UK consumer squeeze continues

By Lauren Buckner

The squeeze on consumer spending continues to drag in the UK despite the green shoots of spring seen this week in the weather, and the Pound continues to look for direction in a tight trading range with both the euro and the US Dollar.

With unemployment increasing for the first time in four months to 3.8pc, and inflation still in double digits, it’s clear that the UK economy is lagging behind both the EU and the US in recovery from the pandemic. Retail sales figures this morning echo this sentiment as we curb back on spending due to the squeeze on finances. Falling more than expected at 0.9pc for March (expected -0.5pc) its clear that there is a squeeze on spending power amongst UK consumers as they battle 40 year highs on food price rises.

Despite the drop in wholesale energy prices – still lagging considerably lower than the drop in Europe – higher interest rates, and a challenging credit environment – the outlook for the UK economy has improved, which is no doubt contributing to the Pounds current value. Steadying at the higher end of this years trading range Sterling sellers should still consider an exchange as good value for money, despite this domestic gloom.

The IMF (international monetary fund) continues to predict that the UK will be one of the worst performing economies in 2023 with expectations of a 0.3pc contraction in the economy. However, having previously predicted a decline of 0.6pc this is actually a positive for the UK and the Pound. Business sentiment from large companies is also on the rise at its sharpest rate since pre-pandemic (Q1 2020), citing the new Windsor framework and refreshed working relationship with the EU as offering a rosier outlook. Small business sentiment unfortunately lags behind with insolvencies seeing a sharp rise – a large disconnect in business conditions for now.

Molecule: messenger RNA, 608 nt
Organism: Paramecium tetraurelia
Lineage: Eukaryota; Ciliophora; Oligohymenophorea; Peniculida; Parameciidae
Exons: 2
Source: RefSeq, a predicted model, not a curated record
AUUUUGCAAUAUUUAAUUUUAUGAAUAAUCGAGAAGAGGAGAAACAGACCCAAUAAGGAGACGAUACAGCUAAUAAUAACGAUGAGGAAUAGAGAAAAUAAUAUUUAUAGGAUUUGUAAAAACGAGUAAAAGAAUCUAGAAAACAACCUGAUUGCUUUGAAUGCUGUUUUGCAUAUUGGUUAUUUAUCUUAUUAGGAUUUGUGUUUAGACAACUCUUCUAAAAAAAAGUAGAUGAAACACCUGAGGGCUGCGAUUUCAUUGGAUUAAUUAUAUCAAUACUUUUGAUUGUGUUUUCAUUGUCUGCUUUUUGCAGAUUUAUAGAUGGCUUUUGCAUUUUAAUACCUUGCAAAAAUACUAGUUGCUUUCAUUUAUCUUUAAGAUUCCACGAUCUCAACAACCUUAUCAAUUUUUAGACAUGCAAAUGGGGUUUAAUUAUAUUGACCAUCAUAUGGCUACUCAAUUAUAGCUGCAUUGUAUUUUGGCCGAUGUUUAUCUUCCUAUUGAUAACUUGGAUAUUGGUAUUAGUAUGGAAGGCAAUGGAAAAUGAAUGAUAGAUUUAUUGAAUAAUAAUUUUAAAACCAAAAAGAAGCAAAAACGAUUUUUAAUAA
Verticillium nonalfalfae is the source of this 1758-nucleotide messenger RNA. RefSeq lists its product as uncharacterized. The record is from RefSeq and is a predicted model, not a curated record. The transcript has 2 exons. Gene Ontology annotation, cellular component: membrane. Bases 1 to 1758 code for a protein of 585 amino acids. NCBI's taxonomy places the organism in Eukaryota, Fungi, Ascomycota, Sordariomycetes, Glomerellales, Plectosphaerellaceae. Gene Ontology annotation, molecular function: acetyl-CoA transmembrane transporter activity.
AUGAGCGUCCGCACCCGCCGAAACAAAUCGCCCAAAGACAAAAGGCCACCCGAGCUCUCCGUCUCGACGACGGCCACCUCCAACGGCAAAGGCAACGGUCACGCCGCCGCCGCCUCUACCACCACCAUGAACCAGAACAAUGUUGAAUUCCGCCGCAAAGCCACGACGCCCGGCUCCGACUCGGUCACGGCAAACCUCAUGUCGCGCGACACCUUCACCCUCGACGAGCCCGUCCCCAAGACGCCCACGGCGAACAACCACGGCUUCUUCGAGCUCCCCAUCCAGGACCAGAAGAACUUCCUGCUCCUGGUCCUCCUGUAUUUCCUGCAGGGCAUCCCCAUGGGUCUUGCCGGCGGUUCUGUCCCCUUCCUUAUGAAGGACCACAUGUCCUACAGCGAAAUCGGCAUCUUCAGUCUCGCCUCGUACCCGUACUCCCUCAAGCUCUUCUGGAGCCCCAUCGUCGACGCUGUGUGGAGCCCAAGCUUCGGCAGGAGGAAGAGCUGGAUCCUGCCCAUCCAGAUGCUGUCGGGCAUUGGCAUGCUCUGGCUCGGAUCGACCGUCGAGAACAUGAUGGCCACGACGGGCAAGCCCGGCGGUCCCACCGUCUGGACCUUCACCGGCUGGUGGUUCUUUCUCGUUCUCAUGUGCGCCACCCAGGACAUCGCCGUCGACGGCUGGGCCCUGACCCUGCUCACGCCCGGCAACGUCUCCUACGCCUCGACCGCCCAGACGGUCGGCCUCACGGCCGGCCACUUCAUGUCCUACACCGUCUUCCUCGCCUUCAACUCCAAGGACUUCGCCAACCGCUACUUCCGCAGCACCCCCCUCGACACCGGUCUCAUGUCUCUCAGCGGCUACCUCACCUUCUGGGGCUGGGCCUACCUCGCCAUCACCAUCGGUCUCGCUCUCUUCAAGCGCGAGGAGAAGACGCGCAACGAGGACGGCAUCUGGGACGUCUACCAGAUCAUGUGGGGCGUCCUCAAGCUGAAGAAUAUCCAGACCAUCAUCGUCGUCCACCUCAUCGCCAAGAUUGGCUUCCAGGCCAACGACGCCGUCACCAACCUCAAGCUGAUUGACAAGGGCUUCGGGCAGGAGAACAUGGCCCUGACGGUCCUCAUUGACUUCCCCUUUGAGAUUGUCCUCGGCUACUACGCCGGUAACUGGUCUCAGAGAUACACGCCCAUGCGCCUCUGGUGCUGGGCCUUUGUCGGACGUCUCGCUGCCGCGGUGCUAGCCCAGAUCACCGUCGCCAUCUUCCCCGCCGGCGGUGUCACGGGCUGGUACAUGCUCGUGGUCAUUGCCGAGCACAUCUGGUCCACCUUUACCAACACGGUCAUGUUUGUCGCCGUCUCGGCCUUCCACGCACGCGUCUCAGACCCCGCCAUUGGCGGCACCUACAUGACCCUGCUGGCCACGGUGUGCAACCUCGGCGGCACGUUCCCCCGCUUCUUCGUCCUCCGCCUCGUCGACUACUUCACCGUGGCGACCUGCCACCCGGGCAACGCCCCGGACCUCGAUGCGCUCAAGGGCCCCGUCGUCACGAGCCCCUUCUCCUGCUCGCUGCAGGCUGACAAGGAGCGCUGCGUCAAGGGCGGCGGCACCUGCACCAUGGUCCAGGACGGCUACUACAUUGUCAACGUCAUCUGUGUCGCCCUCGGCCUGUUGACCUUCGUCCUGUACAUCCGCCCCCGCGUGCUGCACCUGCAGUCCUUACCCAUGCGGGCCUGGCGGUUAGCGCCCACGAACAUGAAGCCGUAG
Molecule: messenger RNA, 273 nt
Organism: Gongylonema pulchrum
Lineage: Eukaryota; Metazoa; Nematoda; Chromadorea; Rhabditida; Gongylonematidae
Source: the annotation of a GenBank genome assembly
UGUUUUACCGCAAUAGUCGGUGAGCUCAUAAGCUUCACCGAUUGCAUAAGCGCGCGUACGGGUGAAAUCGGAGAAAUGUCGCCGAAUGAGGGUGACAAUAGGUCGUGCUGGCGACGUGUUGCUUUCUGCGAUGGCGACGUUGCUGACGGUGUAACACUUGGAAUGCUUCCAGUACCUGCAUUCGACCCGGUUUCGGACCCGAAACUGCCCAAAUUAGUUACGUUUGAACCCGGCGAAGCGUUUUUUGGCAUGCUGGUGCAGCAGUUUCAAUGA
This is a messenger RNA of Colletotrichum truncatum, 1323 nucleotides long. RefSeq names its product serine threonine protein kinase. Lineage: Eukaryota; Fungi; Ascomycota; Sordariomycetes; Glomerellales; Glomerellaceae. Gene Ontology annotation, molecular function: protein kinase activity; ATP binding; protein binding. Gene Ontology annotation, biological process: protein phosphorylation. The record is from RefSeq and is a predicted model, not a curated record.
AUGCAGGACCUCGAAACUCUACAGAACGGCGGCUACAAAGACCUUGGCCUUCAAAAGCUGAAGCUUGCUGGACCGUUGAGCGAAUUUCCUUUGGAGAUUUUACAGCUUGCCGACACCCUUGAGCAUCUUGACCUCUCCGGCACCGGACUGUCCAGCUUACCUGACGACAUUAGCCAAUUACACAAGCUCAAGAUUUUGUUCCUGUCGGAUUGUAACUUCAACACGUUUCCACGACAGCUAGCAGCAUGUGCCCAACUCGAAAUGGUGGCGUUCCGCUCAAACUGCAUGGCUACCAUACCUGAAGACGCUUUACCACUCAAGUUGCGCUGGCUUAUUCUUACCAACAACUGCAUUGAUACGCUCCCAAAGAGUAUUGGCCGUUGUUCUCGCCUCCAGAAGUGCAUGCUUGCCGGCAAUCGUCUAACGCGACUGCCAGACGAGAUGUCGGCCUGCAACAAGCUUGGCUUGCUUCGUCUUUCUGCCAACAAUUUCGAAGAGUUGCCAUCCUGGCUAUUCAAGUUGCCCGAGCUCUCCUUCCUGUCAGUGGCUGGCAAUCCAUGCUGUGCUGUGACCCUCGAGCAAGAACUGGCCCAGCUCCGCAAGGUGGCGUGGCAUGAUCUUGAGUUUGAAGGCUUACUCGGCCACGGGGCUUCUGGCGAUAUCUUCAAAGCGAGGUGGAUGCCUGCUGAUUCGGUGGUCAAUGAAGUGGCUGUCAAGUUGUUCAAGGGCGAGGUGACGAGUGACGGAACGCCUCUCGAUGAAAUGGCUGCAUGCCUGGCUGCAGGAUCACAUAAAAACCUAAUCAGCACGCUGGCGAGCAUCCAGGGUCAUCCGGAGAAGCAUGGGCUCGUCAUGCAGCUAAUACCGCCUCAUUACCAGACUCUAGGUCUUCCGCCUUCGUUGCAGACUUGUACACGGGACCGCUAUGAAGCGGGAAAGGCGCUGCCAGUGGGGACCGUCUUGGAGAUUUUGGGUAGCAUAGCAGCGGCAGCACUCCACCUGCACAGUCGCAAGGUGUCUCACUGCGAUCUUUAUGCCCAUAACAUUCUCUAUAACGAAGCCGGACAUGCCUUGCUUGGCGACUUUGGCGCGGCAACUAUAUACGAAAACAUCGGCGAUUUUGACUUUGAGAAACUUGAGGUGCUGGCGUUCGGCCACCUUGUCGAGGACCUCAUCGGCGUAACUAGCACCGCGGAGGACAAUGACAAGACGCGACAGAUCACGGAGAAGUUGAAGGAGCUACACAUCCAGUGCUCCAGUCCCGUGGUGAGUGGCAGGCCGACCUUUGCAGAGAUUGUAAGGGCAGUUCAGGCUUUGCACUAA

Sterling’s resilience no doubt hinges on the continued higher inflation levels. This is because this mounts increased pressure on the Bank of England to raise interest rates further at their May meeting. Higher interest rates encourage investment in to a country’s economy at the prospect of higher and faster returns, so perversely the current consumer woes around inflation is actually boosting Sterling to settle at its current rate of exchange. Despite looking expensive based on historical levels – the value of the Pound is bucking the trend and offering good value!

For those looking to buy the Pound, the opportunity to do so before we see a further interest rate rise or further examples of the economy performing higher than Q1 expectations should not be overlooked. The continued uncertainly means only the brave should take a gamble. Please get in touch with the team to discuss further.